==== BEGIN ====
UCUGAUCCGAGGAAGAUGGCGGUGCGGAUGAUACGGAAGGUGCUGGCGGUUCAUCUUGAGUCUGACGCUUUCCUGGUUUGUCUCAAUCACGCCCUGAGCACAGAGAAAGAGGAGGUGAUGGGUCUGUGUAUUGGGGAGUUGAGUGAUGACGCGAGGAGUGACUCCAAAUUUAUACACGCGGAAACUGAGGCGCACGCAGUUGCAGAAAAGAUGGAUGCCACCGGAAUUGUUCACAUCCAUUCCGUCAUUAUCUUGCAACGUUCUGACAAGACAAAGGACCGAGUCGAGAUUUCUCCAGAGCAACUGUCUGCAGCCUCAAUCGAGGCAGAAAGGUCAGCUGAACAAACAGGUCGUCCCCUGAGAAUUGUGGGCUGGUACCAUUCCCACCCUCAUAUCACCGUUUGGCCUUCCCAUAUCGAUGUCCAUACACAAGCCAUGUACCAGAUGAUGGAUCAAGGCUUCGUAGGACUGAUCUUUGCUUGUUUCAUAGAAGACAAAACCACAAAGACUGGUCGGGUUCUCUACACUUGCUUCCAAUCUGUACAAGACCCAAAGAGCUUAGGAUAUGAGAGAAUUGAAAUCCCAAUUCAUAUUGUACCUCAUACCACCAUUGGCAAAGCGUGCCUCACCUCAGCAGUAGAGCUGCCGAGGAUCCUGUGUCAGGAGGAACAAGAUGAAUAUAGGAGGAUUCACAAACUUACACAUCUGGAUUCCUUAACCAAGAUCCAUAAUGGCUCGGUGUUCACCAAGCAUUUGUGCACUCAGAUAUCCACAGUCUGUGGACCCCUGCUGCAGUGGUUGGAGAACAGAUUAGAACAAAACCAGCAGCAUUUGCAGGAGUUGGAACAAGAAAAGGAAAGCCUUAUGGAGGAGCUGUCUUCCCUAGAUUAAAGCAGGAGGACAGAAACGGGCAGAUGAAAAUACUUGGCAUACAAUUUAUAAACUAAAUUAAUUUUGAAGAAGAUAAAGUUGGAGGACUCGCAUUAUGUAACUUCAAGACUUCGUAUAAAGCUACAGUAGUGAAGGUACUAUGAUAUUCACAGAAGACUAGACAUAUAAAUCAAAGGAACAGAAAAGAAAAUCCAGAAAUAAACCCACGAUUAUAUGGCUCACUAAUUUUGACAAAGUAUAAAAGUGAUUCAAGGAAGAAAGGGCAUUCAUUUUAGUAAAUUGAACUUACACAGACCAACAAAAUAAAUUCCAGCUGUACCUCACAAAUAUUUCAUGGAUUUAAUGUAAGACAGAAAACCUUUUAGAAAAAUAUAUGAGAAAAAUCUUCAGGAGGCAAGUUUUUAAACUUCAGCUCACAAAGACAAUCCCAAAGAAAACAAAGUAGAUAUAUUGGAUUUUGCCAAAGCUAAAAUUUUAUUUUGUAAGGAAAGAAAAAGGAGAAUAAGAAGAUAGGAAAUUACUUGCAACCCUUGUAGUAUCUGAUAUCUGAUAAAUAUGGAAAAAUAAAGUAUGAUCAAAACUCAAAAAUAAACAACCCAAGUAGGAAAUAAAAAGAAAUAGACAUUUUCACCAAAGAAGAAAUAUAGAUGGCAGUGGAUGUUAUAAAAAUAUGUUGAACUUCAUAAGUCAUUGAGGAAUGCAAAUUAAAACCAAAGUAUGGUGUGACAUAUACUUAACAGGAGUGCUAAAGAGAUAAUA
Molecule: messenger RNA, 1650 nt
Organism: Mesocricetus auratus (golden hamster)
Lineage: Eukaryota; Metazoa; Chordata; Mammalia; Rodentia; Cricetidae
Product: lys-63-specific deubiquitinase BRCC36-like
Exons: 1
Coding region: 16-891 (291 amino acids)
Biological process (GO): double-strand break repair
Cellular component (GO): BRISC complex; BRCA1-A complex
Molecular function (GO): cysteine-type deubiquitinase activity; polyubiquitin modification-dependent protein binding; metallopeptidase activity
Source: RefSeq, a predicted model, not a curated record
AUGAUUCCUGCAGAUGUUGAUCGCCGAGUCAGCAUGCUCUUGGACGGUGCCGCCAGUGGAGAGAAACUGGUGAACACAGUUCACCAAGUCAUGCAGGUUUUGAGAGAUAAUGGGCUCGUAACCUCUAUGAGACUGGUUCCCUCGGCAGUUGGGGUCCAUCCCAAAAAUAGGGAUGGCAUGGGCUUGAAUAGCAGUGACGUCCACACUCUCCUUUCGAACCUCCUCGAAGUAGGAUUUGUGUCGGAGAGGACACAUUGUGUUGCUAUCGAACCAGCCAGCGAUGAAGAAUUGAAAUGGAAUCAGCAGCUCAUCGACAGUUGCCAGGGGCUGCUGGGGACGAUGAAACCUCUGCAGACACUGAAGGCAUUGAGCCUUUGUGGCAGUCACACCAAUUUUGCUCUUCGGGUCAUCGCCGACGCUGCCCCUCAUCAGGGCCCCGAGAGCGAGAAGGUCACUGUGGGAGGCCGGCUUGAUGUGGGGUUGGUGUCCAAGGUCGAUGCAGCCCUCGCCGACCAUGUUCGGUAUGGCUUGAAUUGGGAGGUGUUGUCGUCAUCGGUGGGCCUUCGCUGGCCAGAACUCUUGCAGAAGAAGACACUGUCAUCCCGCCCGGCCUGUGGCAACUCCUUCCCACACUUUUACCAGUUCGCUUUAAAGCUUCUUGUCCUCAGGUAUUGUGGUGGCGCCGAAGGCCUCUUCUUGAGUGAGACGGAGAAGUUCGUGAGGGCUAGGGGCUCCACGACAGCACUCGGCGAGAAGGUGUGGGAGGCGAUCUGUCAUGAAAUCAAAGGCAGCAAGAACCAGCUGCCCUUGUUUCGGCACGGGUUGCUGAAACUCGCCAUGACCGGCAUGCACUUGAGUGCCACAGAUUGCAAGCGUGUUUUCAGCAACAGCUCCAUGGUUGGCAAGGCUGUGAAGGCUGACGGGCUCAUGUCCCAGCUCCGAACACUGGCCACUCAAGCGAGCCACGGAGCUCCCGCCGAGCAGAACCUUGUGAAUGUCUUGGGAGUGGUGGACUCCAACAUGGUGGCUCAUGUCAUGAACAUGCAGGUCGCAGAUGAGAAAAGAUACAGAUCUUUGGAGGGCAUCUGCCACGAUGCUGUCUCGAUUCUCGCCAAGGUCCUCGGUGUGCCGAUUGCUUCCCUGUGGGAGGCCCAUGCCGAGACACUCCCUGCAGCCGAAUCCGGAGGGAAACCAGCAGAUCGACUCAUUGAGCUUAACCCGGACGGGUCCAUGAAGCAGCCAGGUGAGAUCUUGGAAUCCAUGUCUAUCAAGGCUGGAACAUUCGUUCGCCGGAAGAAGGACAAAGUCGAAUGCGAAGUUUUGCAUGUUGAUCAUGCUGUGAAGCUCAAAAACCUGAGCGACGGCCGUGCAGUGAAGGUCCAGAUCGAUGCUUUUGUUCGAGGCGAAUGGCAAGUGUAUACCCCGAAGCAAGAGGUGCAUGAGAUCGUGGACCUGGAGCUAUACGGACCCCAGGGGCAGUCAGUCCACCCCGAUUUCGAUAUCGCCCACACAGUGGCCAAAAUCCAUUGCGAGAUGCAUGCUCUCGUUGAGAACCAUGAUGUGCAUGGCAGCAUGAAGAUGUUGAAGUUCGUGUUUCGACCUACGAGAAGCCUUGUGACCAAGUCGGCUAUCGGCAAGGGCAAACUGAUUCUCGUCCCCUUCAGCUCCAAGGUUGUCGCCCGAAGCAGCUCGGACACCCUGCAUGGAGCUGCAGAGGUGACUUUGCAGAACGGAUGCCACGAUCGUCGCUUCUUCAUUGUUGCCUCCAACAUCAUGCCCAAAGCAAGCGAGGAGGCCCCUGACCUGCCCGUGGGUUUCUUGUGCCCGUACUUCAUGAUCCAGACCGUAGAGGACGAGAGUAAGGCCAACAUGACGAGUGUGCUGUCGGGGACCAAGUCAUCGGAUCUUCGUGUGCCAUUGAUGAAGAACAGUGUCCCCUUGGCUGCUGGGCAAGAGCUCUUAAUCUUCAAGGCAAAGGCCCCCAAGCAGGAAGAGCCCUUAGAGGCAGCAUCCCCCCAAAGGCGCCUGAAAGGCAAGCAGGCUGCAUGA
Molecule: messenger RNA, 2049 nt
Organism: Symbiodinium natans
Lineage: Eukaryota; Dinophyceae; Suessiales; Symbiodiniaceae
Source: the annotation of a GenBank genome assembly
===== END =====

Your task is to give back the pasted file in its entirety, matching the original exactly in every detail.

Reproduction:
UCUGAUCCGAGGAAGAUGGCGGUGCGGAUGAUACGGAAGGUGCUGGCGGUUCAUCUUGAGUCUGACGCUUUCCUGGUUUGUCUCAAUCACGCCCUGAGCACAGAGAAAGAGGAGGUGAUGGGUCUGUGUAUUGGGGAGUUGAGUGAUGACGCGAGGAGUGACUCCAAAUUUAUACACGCGGAAACUGAGGCGCACGCAGUUGCAGAAAAGAUGGAUGCCACCGGAAUUGUUCACAUCCAUUCCGUCAUUAUCUUGCAACGUUCUGACAAGACAAAGGACCGAGUCGAGAUUUCUCCAGAGCAACUGUCUGCAGCCUCAAUCGAGGCAGAAAGGUCAGCUGAACAAACAGGUCGUCCCCUGAGAAUUGUGGGCUGGUACCAUUCCCACCCUCAUAUCACCGUUUGGCCUUCCCAUAUCGAUGUCCAUACACAAGCCAUGUACCAGAUGAUGGAUCAAGGCUUCGUAGGACUGAUCUUUGCUUGUUUCAUAGAAGACAAAACCACAAAGACUGGUCGGGUUCUCUACACUUGCUUCCAAUCUGUACAAGACCCAAAGAGCUUAGGAUAUGAGAGAAUUGAAAUCCCAAUUCAUAUUGUACCUCAUACCACCAUUGGCAAAGCGUGCCUCACCUCAGCAGUAGAGCUGCCGAGGAUCCUGUGUCAGGAGGAACAAGAUGAAUAUAGGAGGAUUCACAAACUUACACAUCUGGAUUCCUUAACCAAGAUCCAUAAUGGCUCGGUGUUCACCAAGCAUUUGUGCACUCAGAUAUCCACAGUCUGUGGACCCCUGCUGCAGUGGUUGGAGAACAGAUUAGAACAAAACCAGCAGCAUUUGCAGGAGUUGGAACAAGAAAAGGAAAGCCUUAUGGAGGAGCUGUCUUCCCUAGAUUAAAGCAGGAGGACAGAAACGGGCAGAUGAAAAUACUUGGCAUACAAUUUAUAAACUAAAUUAAUUUUGAAGAAGAUAAAGUUGGAGGACUCGCAUUAUGUAACUUCAAGACUUCGUAUAAAGCUACAGUAGUGAAGGUACUAUGAUAUUCACAGAAGACUAGACAUAUAAAUCAAAGGAACAGAAAAGAAAAUCCAGAAAUAAACCCACGAUUAUAUGGCUCACUAAUUUUGACAAAGUAUAAAAGUGAUUCAAGGAAGAAAGGGCAUUCAUUUUAGUAAAUUGAACUUACACAGACCAACAAAAUAAAUUCCAGCUGUACCUCACAAAUAUUUCAUGGAUUUAAUGUAAGACAGAAAACCUUUUAGAAAAAUAUAUGAGAAAAAUCUUCAGGAGGCAAGUUUUUAAACUUCAGCUCACAAAGACAAUCCCAAAGAAAACAAAGUAGAUAUAUUGGAUUUUGCCAAAGCUAAAAUUUUAUUUUGUAAGGAAAGAAAAAGGAGAAUAAGAAGAUAGGAAAUUACUUGCAACCCUUGUAGUAUCUGAUAUCUGAUAAAUAUGGAAAAAUAAAGUAUGAUCAAAACUCAAAAAUAAACAACCCAAGUAGGAAAUAAAAAGAAAUAGACAUUUUCACCAAAGAAGAAAUAUAGAUGGCAGUGGAUGUUAUAAAAAUAUGUUGAACUUCAUAAGUCAUUGAGGAAUGCAAAUUAAAACCAAAGUAUGGUGUGACAUAUACUUAACAGGAGUGCUAAAGAGAUAAUA
Molecule: messenger RNA, 1650 nt
Organism: Mesocricetus auratus (golden hamster)
Lineage: Eukaryota; Metazoa; Chordata; Mammalia; Rodentia; Cricetidae
Product: lys-63-specific deubiquitinase BRCC36-like
Exons: 1
Coding region: 16-891 (291 amino acids)
Biological process (GO): double-strand break repair
Cellular component (GO): BRISC complex; BRCA1-A complex
Molecular function (GO): cysteine-type deubiquitinase activity; polyubiquitin modification-dependent protein binding; metallopeptidase activity
Source: RefSeq, a predicted model, not a curated record
AUGAUUCCUGCAGAUGUUGAUCGCCGAGUCAGCAUGCUCUUGGACGGUGCCGCCAGUGGAGAGAAACUGGUGAACACAGUUCACCAAGUCAUGCAGGUUUUGAGAGAUAAUGGGCUCGUAACCUCUAUGAGACUGGUUCCCUCGGCAGUUGGGGUCCAUCCCAAAAAUAGGGAUGGCAUGGGCUUGAAUAGCAGUGACGUCCACACUCUCCUUUCGAACCUCCUCGAAGUAGGAUUUGUGUCGGAGAGGACACAUUGUGUUGCUAUCGAACCAGCCAGCGAUGAAGAAUUGAAAUGGAAUCAGCAGCUCAUCGACAGUUGCCAGGGGCUGCUGGGGACGAUGAAACCUCUGCAGACACUGAAGGCAUUGAGCCUUUGUGGCAGUCACACCAAUUUUGCUCUUCGGGUCAUCGCCGACGCUGCCCCUCAUCAGGGCCCCGAGAGCGAGAAGGUCACUGUGGGAGGCCGGCUUGAUGUGGGGUUGGUGUCCAAGGUCGAUGCAGCCCUCGCCGACCAUGUUCGGUAUGGCUUGAAUUGGGAGGUGUUGUCGUCAUCGGUGGGCCUUCGCUGGCCAGAACUCUUGCAGAAGAAGACACUGUCAUCCCGCCCGGCCUGUGGCAACUCCUUCCCACACUUUUACCAGUUCGCUUUAAAGCUUCUUGUCCUCAGGUAUUGUGGUGGCGCCGAAGGCCUCUUCUUGAGUGAGACGGAGAAGUUCGUGAGGGCUAGGGGCUCCACGACAGCACUCGGCGAGAAGGUGUGGGAGGCGAUCUGUCAUGAAAUCAAAGGCAGCAAGAACCAGCUGCCCUUGUUUCGGCACGGGUUGCUGAAACUCGCCAUGACCGGCAUGCACUUGAGUGCCACAGAUUGCAAGCGUGUUUUCAGCAACAGCUCCAUGGUUGGCAAGGCUGUGAAGGCUGACGGGCUCAUGUCCCAGCUCCGAACACUGGCCACUCAAGCGAGCCACGGAGCUCCCGCCGAGCAGAACCUUGUGAAUGUCUUGGGAGUGGUGGACUCCAACAUGGUGGCUCAUGUCAUGAACAUGCAGGUCGCAGAUGAGAAAAGAUACAGAUCUUUGGAGGGCAUCUGCCACGAUGCUGUCUCGAUUCUCGCCAAGGUCCUCGGUGUGCCGAUUGCUUCCCUGUGGGAGGCCCAUGCCGAGACACUCCCUGCAGCCGAAUCCGGAGGGAAACCAGCAGAUCGACUCAUUGAGCUUAACCCGGACGGGUCCAUGAAGCAGCCAGGUGAGAUCUUGGAAUCCAUGUCUAUCAAGGCUGGAACAUUCGUUCGCCGGAAGAAGGACAAAGUCGAAUGCGAAGUUUUGCAUGUUGAUCAUGCUGUGAAGCUCAAAAACCUGAGCGACGGCCGUGCAGUGAAGGUCCAGAUCGAUGCUUUUGUUCGAGGCGAAUGGCAAGUGUAUACCCCGAAGCAAGAGGUGCAUGAGAUCGUGGACCUGGAGCUAUACGGACCCCAGGGGCAGUCAGUCCACCCCGAUUUCGAUAUCGCCCACACAGUGGCCAAAAUCCAUUGCGAGAUGCAUGCUCUCGUUGAGAACCAUGAUGUGCAUGGCAGCAUGAAGAUGUUGAAGUUCGUGUUUCGACCUACGAGAAGCCUUGUGACCAAGUCGGCUAUCGGCAAGGGCAAACUGAUUCUCGUCCCCUUCAGCUCCAAGGUUGUCGCCCGAAGCAGCUCGGACACCCUGCAUGGAGCUGCAGAGGUGACUUUGCAGAACGGAUGCCACGAUCGUCGCUUCUUCAUUGUUGCCUCCAACAUCAUGCCCAAAGCAAGCGAGGAGGCCCCUGACCUGCCCGUGGGUUUCUUGUGCCCGUACUUCAUGAUCCAGACCGUAGAGGACGAGAGUAAGGCCAACAUGACGAGUGUGCUGUCGGGGACCAAGUCAUCGGAUCUUCGUGUGCCAUUGAUGAAGAACAGUGUCCCCUUGGCUGCUGGGCAAGAGCUCUUAAUCUUCAAGGCAAAGGCCCCCAAGCAGGAAGAGCCCUUAGAGGCAGCAUCCCCCCAAAGGCGCCUGAAAGGCAAGCAGGCUGCAUGA
Molecule: messenger RNA, 2049 nt
Organism: Symbiodinium natans
Lineage: Eukaryota; Dinophyceae; Suessiales; Symbiodiniaceae
Source: the annotation of a GenBank genome assembly